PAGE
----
Wednesday, October 08, 2008

National Trust - Life in Uganda

Just a little out of synch... because when we arrived home from yesterday evening's National Trust meeting I was simply too tired to write a 'blog-post'.......

The group photo from the Southsea holiday went very well. I should have printed more.

The dramatic Picture 1, is anonymousrob's , and I quote him "The picture is from the northern slopes of Mt Etna" . In my opinion the graininess of the film adds atmosphere to a mean and moody shot. Contrary to his own 14/20 assessment I feel that 'judges' would like this.

Later on Reg's 'St Johns Chambers' picture is mentioned. The 'judge' for some weird reason, wasn't enamoured of this great picture.'s efficient filing system tells me I published it on 15th February 2008 and should you wish to see it again a few clicks in the Blog Archive column on the left should find it.

Anyway, back to the present. Yesterday evening's National Trust talk was about living and helping in a Ugandan village and offered us a fascinating glimpse of other people's lives. But I was tired out when we got home.

The picture on the left is of a 'tatted spider's web' by 4 ticks and what can I say except 'brilliant'. It is rewarding to feel that the blog served as muse.

The original idea, and then the work of creation are truly first rate. By hook/crook etc., we must ensure it gets published somewhere..... I know it is actually being 'published' here - my meanng is somewhere with a wider audience.

Picture 3 is a web under the porch roof and my recent interest in spiders' webs has led me to discover the differences between them.

The picture from a couple of days ago and 4 ticks' version above was the 'garden spider' whereas the circular web in Picture 3 below, seems quite different.

More research necessary I think.

Y's meet-up with Jill, in Peter Jones, was a resounding success. Much chatting, good food, lovely shop. Click here for a page-about and although Y had nothing but praise, some of the reviewers here felt differently. A big adventure though and a helluva day-trip for a lady of mature years.


reg ...... I don't think any apology is needed for using the blog-comments system to have a good old 'chunter'. Discussing the matter with anonymousrob on the phone I said maybe 'judges read blogs' and he said that most judges wouldn't even know what a computer was, let alone a blog !

In any case, subject to the libel laws and anti-racism legislation, I like people to express forthright straightforward opinions. Honest criticism is miles away from any legal reach.

Some years ago I was worried because I had described (in an article) a Chief Constable as being a 'hypersensitive paranoiac'. My guru Ken Coates reassured me that it was 'common abuse, not libel'. In general terms, it is libel if you accuse somebody of something illegal. If I had called him a 'thief' that would have been libellous. 'Idiot' would have been OK

Jill ............. Thanks for the info about judging 'knittings'. Just the same there then, obviously. Perhaps introducing 'competition' into creative hobbies is simply not a good idea. Competition is fine for longest, tallest, quickest etc., but not for 'most beautiful'.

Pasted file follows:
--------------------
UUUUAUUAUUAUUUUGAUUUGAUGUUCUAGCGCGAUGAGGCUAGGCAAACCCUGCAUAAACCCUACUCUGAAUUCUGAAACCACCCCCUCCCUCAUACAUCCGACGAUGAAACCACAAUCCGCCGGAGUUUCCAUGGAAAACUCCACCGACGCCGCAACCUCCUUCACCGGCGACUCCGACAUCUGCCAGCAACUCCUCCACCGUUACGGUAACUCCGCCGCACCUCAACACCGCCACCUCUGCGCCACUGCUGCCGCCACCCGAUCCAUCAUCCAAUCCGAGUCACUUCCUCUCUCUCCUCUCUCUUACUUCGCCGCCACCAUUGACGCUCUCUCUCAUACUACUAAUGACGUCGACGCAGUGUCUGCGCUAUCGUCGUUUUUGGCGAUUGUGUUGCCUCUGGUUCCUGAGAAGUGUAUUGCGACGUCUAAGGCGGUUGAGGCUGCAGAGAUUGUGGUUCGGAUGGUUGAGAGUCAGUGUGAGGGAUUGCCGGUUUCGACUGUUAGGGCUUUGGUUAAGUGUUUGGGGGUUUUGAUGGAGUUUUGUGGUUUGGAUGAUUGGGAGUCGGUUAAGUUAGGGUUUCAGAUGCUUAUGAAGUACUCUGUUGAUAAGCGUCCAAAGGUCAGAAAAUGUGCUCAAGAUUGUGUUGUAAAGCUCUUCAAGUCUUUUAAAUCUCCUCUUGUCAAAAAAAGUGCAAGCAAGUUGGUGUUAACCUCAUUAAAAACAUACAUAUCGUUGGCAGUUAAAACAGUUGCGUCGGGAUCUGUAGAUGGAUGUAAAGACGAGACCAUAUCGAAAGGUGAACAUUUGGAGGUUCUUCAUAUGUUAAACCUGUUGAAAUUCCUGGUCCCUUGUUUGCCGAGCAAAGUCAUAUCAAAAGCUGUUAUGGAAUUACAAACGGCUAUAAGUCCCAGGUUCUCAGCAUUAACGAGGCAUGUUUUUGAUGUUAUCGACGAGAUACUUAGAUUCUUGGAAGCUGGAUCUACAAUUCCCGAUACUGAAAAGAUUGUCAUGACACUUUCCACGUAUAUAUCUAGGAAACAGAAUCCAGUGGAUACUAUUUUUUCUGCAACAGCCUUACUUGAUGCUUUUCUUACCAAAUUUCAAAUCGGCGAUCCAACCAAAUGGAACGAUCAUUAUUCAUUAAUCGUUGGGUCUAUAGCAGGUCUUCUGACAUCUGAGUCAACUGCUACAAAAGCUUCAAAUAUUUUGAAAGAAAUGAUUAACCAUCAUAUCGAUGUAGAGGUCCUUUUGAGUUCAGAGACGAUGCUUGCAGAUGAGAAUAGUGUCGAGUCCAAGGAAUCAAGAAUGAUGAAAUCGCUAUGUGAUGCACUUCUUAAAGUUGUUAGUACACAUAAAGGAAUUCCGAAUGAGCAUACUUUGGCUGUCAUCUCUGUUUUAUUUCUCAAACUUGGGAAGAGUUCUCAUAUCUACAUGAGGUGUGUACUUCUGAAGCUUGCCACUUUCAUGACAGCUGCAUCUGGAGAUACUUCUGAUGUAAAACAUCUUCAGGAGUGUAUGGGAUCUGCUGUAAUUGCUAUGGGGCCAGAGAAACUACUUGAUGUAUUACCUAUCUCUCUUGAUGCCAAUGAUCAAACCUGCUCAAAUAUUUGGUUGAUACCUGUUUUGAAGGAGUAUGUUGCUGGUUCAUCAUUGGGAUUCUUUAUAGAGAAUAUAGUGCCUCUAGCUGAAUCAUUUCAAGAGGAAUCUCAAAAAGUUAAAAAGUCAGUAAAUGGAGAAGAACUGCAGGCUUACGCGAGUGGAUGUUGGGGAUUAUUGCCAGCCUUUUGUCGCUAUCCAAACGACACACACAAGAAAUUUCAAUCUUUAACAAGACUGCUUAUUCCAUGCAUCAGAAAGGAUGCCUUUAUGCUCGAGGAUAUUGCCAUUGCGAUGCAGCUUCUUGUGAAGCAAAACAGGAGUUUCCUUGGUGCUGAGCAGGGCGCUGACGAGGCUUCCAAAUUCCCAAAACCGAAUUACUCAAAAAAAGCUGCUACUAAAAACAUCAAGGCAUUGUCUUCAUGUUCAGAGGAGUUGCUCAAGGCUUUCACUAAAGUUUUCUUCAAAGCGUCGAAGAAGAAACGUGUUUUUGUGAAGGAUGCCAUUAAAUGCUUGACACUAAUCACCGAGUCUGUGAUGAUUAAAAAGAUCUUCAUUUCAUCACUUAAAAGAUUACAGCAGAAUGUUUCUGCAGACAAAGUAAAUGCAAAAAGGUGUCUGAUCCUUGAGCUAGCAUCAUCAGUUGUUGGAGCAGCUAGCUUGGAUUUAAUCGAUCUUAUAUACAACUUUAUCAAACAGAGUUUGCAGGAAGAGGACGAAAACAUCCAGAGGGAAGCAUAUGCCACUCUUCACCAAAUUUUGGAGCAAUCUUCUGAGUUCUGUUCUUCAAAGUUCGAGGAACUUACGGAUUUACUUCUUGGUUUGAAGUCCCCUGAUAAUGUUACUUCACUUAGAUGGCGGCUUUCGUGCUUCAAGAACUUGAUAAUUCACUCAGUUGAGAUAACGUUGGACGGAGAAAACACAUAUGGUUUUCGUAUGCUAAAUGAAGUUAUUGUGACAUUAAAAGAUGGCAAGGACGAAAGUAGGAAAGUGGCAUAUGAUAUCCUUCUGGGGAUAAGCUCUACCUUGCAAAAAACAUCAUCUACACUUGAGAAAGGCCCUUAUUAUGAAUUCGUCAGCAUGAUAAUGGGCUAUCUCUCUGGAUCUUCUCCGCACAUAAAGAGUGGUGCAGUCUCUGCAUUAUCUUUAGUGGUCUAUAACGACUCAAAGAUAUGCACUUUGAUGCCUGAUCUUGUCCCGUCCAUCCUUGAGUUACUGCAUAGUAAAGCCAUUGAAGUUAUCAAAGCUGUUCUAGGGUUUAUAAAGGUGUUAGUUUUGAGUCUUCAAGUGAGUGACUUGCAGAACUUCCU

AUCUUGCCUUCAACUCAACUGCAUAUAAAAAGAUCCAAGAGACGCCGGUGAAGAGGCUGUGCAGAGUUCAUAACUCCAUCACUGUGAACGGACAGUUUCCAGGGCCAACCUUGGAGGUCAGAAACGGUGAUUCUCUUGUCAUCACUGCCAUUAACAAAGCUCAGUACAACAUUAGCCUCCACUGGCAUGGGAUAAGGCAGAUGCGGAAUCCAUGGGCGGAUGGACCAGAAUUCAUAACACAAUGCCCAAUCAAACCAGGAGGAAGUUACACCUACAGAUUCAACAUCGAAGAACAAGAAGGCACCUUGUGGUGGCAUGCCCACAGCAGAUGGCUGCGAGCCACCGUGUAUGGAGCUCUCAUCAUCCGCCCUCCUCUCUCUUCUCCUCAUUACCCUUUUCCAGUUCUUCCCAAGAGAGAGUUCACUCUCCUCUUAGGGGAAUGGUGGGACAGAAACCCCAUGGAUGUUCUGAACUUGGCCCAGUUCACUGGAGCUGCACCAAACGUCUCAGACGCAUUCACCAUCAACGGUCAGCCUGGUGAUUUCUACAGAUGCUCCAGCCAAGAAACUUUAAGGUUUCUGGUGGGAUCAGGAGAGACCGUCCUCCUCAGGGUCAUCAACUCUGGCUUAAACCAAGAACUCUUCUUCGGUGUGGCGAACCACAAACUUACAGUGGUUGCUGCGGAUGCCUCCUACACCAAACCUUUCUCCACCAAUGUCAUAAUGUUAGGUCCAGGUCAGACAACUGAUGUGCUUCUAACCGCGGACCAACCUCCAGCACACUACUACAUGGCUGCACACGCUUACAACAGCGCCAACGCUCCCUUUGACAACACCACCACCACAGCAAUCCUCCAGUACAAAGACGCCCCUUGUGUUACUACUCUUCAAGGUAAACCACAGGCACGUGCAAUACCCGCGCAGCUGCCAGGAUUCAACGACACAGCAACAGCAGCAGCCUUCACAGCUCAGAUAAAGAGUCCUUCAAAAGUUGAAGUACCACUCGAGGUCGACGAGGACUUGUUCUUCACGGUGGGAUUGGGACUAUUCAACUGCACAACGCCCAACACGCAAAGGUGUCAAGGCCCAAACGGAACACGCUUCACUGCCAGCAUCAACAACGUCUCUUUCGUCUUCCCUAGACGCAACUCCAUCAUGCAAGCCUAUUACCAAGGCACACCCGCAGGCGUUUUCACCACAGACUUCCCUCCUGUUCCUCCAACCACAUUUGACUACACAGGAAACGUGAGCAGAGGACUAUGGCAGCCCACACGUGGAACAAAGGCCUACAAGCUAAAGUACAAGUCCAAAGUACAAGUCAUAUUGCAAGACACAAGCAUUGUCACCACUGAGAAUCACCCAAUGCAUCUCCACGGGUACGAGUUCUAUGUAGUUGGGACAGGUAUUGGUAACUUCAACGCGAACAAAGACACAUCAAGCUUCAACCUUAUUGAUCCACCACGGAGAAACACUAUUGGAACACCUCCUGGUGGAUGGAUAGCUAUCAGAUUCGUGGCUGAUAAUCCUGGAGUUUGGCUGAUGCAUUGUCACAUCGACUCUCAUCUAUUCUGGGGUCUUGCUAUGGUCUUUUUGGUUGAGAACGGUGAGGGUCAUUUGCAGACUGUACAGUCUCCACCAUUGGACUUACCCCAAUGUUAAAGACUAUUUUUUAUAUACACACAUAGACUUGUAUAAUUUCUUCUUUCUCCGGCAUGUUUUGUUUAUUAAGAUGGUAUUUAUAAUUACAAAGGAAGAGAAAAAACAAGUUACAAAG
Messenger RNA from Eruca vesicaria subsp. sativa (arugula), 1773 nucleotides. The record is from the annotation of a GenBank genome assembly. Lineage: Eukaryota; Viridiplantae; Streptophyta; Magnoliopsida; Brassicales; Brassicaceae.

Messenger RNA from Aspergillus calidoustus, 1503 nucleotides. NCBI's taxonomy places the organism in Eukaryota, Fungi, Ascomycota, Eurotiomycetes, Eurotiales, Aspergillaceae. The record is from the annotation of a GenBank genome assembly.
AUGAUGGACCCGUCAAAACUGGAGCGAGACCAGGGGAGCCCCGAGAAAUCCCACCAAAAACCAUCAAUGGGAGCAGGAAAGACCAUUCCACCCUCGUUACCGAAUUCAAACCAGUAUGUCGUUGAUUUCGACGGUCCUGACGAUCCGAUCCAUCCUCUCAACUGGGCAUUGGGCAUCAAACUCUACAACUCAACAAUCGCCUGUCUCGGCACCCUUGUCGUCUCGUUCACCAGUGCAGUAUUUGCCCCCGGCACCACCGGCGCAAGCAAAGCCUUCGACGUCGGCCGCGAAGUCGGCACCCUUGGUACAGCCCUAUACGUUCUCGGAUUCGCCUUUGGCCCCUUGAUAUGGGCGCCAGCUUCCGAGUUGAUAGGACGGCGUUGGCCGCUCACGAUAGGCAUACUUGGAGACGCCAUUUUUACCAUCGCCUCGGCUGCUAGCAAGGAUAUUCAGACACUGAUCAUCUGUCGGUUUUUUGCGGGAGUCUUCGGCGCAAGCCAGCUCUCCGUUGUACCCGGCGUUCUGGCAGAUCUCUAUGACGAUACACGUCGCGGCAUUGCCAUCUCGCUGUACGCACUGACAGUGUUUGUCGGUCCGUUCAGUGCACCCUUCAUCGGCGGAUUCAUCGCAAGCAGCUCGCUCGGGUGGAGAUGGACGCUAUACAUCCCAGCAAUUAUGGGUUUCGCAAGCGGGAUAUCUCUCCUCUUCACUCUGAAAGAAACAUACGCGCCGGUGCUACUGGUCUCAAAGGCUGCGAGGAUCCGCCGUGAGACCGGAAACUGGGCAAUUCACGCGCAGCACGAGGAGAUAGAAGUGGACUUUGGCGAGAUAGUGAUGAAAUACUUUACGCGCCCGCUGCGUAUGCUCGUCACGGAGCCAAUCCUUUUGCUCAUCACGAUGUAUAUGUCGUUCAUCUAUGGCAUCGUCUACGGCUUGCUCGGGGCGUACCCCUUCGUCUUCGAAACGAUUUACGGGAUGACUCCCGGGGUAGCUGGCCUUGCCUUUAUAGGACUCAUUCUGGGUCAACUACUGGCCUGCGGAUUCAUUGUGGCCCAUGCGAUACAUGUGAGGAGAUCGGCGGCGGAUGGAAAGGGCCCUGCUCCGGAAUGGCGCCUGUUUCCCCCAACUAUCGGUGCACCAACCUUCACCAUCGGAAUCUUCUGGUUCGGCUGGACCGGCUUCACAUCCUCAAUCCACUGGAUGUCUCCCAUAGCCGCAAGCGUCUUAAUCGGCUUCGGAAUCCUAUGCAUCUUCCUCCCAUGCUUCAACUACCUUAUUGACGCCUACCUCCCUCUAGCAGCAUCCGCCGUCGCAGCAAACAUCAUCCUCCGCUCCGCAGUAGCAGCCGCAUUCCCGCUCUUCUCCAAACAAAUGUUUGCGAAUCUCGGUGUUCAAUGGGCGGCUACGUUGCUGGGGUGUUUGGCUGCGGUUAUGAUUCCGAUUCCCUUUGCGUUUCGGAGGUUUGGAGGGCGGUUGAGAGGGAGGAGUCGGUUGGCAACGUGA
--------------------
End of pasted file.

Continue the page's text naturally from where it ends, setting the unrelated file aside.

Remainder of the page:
bungus ...... How pernickety can you get ? Quibbling about the exact placing of a photo-caption. You can stuff the caption up ................... .

Glad you enjoyed the sunflower though. Hope the mouse's problem was sorted. I think I would have been able to get his cute little head back through the hole ..... with a hammer ?

And I willingly confirm that you do understand the foreshortening effect of a telephoto lens.

It is also good of you to point out that the human buttocks is specially designed for 'sitting on the fence'.

anonymousrob ....... Glad that we now have both comments. And your resumé of judges remuneration etc., was necessary. I think the difficulties entailed in attracting people to the 'panel' is the reason for the poor calibre of those we have.

Thanks for your encouragement with the sunflower picture.

Re Reg.s - St John's Chambers - picture. If it doesn't yield to a left-clicking exercise in the Archive column on the left (for 15th February 08) I will, as you ask, republish it.

4 ticks ...... Thanks for all that bird information. The low-down on the sparrows will surely help the questioner to sort his dunnocks from his house-sparrows etc.

I agree completely about the Canada Geese. They are becoming a problem I understand, from 7yr old Miles who is somewhat of an expert.

Quotation time ...... While the following is true, there are many more means these days of giving the brain a gentle touch of the aerobics. Devising 'blog-comments' for instance.

"Reading is to the mind what exercise is to the body"


bungus said...

Wednesday, October 08, (how confusing is that?)

For the first time in some 15 months, I went to the doctors’ surgery on Tue morning and, having become disillusioned with my previous male GP, saw, for the first time, Dr Helen Ward, who Sandra has been going to for years. She was absolutely lovely without raising my blood pressure (which clocked in at a much more reasonable 150/80). But she put me on an extra (different) ‘one-a-day’ tablet anyway, which she warned is somewhat diuretic. I hope I shall be able to stand the excitement. But it should help if you instruct me to 'P off' *.

Love the 'tatted spider's web'. Truly art & craft, I say, and, as YOU say, deserving of a wider audience..

‘Spiders’ sounds like a subject to interest me, being enamoured of the idea of entomology. I fear however, that the essential illustrations would make me shudder to the pit of my stomach. I can seldom bring myself to touch a picture of a spider (or other arachnid, eg scorpion).

Peter Jones: Visitors views vary – enormously!).
Impression given me is that new (young?) customers like but old (old?) don’t.

Judges are renowned for living in the past - “Who are these Beatles?”
(Yes, I know the technical answer to that apparent ignorance but will leave you to tell it).
I too applaud the expression of Reg’s unequivocal views.

So libel does not include comment which might damage reputation? As ‘idiot’ might, for instance?

Despite all the adverse comment, I would not wish to see an end to competitions. What would there be to disagree with?

My response must be that if a caption is introduced to a picture it becomes a part of the picture and its positioning is therefore as important as any other aspect of composition.